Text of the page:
RED LINE REPORT
Red Line Report chief scout and publisher Kyle Woodlief, a former NHL scout with the Nashville Predators, will analyze different players and scouting issues each month.
Red Line Report is an independent scouting newsletter widely used by general managers and chief scouts around the NHL. RLR also has a full-service Junior scouting edition for the OHL Priority Selection draft in May.

By Kyle Woodlief, special to USA TODAY

The forward group is the clear strength of this year’s draft crop with offensive talents occupying the top four spots overall and 10 of the top 13 on Red Line Report’s list. Teams drafting in the top 20 should be able to add a solid forward prospect to their stables.
There’s not a lot separating the top four talent-wise, but tops on our chart is Pat Kane. We give him the edge based on his explosive, game-breaking goal-scoring abilities, and his history of outstanding production at every level. Kane’s speed, quickness and lateral agility give defenders fits, and he dominated the tough OHL as a rookie with surprising ease, bombing his way to the league scoring title with 62 goals, 83 assists and 145 points in just 58 games. He’s always ready to pounce on the slightest mistake and turn it into instant offense and terrorizes goalies with a deadly accurate shot.
The other three forwards Red Line Report has bunched together in the “Big Four” offer a variety of styles.
For Red Line Report’s money, Jakub Voracek is the safest pick and most complete two-way forward of the bunch. He’s a good-sized winger at 6-1, 180 and plays a tenacious, grinding style. Constantly exerts pressure on the puck and when he doesn’t have it, he will go and get it. Voracek is driven. He wants to make plays and be the best player on the ice every shift. Plus, he’s responsible defensively and plays with high character and intelligence.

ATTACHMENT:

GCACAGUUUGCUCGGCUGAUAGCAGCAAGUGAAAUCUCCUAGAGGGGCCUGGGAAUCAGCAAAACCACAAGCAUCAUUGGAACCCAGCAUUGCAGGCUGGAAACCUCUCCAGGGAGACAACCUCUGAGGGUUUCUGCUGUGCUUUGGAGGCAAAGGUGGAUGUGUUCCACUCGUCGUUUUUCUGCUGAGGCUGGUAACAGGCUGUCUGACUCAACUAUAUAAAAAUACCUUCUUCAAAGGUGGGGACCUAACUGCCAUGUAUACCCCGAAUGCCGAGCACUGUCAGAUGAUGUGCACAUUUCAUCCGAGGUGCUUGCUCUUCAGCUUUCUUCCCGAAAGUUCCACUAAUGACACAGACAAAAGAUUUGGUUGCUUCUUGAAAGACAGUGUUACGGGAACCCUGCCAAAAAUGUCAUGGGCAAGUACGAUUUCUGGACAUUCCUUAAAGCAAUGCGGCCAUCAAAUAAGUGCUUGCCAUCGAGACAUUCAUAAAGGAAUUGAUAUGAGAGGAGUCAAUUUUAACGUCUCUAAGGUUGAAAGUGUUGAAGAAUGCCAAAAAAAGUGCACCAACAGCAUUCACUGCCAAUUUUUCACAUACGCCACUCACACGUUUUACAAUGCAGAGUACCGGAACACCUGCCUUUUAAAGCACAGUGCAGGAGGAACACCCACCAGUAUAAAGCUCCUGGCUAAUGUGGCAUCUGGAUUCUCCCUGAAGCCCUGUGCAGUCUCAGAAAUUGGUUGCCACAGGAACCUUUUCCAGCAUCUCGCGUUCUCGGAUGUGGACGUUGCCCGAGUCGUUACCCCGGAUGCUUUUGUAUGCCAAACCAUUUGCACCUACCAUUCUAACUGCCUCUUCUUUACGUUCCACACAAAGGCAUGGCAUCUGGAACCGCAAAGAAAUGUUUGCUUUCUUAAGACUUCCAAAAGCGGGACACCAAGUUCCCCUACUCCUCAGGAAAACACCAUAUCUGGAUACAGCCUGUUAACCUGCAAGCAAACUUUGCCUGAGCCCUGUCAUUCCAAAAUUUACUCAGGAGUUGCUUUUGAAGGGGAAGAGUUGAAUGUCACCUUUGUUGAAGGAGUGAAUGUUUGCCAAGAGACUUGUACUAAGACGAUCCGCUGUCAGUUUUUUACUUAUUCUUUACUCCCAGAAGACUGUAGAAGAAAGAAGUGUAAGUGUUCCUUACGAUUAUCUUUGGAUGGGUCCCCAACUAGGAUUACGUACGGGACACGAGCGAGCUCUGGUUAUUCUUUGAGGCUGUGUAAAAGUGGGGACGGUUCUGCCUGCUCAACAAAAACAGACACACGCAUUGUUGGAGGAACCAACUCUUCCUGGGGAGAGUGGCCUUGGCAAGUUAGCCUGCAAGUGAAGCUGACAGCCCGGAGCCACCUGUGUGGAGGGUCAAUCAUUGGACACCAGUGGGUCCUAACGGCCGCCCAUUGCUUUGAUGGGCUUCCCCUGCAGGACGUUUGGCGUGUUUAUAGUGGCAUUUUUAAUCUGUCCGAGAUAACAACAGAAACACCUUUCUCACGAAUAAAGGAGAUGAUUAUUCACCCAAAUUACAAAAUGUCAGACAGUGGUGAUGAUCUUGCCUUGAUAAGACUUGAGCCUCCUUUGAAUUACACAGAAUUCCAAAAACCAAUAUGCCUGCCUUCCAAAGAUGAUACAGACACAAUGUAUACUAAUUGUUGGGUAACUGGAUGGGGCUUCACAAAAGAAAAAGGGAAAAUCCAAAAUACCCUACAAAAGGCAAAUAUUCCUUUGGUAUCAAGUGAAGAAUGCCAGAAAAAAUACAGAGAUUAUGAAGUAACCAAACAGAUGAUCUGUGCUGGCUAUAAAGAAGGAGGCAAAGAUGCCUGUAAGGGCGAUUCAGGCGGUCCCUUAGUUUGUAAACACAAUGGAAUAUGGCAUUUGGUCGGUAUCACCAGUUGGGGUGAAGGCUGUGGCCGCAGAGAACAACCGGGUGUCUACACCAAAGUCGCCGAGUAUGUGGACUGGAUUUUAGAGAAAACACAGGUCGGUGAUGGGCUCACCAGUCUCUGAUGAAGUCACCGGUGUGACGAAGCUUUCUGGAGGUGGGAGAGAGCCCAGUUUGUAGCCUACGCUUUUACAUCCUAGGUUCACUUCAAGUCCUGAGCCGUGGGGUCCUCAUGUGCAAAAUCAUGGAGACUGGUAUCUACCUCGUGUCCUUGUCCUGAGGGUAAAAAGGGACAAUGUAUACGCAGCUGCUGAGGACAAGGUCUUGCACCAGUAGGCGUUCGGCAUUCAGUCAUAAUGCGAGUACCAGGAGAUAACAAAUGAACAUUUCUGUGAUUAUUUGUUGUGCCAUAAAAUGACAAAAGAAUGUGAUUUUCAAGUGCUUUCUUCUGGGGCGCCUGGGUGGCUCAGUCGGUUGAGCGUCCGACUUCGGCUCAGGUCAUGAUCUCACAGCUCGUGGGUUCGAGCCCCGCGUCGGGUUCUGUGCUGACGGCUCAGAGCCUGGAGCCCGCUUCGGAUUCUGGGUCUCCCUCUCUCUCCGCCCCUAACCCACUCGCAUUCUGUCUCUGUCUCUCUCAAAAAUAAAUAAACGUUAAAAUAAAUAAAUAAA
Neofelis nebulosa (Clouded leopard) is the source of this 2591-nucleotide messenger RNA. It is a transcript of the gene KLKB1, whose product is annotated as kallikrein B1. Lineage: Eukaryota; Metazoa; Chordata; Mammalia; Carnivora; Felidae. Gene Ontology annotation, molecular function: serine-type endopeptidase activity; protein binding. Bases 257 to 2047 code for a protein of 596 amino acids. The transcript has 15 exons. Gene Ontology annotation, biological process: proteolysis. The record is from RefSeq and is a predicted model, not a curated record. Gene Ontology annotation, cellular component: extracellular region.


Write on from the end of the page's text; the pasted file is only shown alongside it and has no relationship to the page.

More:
Kyle Turris may have the best pure offensive skill and most upside of any player in the draft and could possibly be the first player ever selected No. 1 overall from the Tier II ranks. He has a phenomenal shot that he pinpoints to the corners with laser-like accuracy. His anticipation is excellent and the puck just always seems to find him. Though he’s reed-thin and lacks upper-body strength, he’s willing to battle for loose pucks and compete in all three zones. His ability to be exactly where he needs to be at all times is uncanny.
FIND MORE STORIES IN: Red Line Kyle Woodlief Pat Kane Alexei Cherepanov Jakub Voracek
James van Riemsdyk offers the best combination of the three S’s: size, strength and skill. That size-skill ratio gives him as big an upside as any forward in the draft. He has a great release on a wicked snap shot and the vision and passing touch to create chances off the rush. When he comes roaring down the wing like a freight train run amok, he’s difficult for any contender to contain – and he’s got soft, quick hands that allow him to dangle at speed.
Red Line’s list of the top forward prospects for the NHL’s 2007 Entry Draft in Columbus on June 22-23
No.
Player
Height/Weight
Shoots
DOB
2006-07 team
Projected round
1. Pat Kane 5-10 / 167 left 11/19/89 London Knights
2. Jakub Voracek 6-1 / 178 left 8/15/89 Halifax Moose
3. Kyle Turris 6-0 / 170 right 8/14/89 Burnaby (Tier II)
4. James van Riemsdyk 6-3 198 left 5/4/89 U.S. NTDP U-18
5. Sam Gagner 5-10 187 right 8/10/89 London Knights
6. Logan Couture 6-0 191 left 3/3/89 Ottawa 67’s
7. Zach Hamill 5-11 182 right 9/23/88 Everett Silverbacks
8. Alexei Cherepanov 6-0 176 left 1/15/89 Avangard Omsk
9. Angelo Esposito 6-0 189 left 2/20/89 Quebec Rempart
10. Oscar Moller 5-11 180 right 1/22/89 Chilliwack Bruins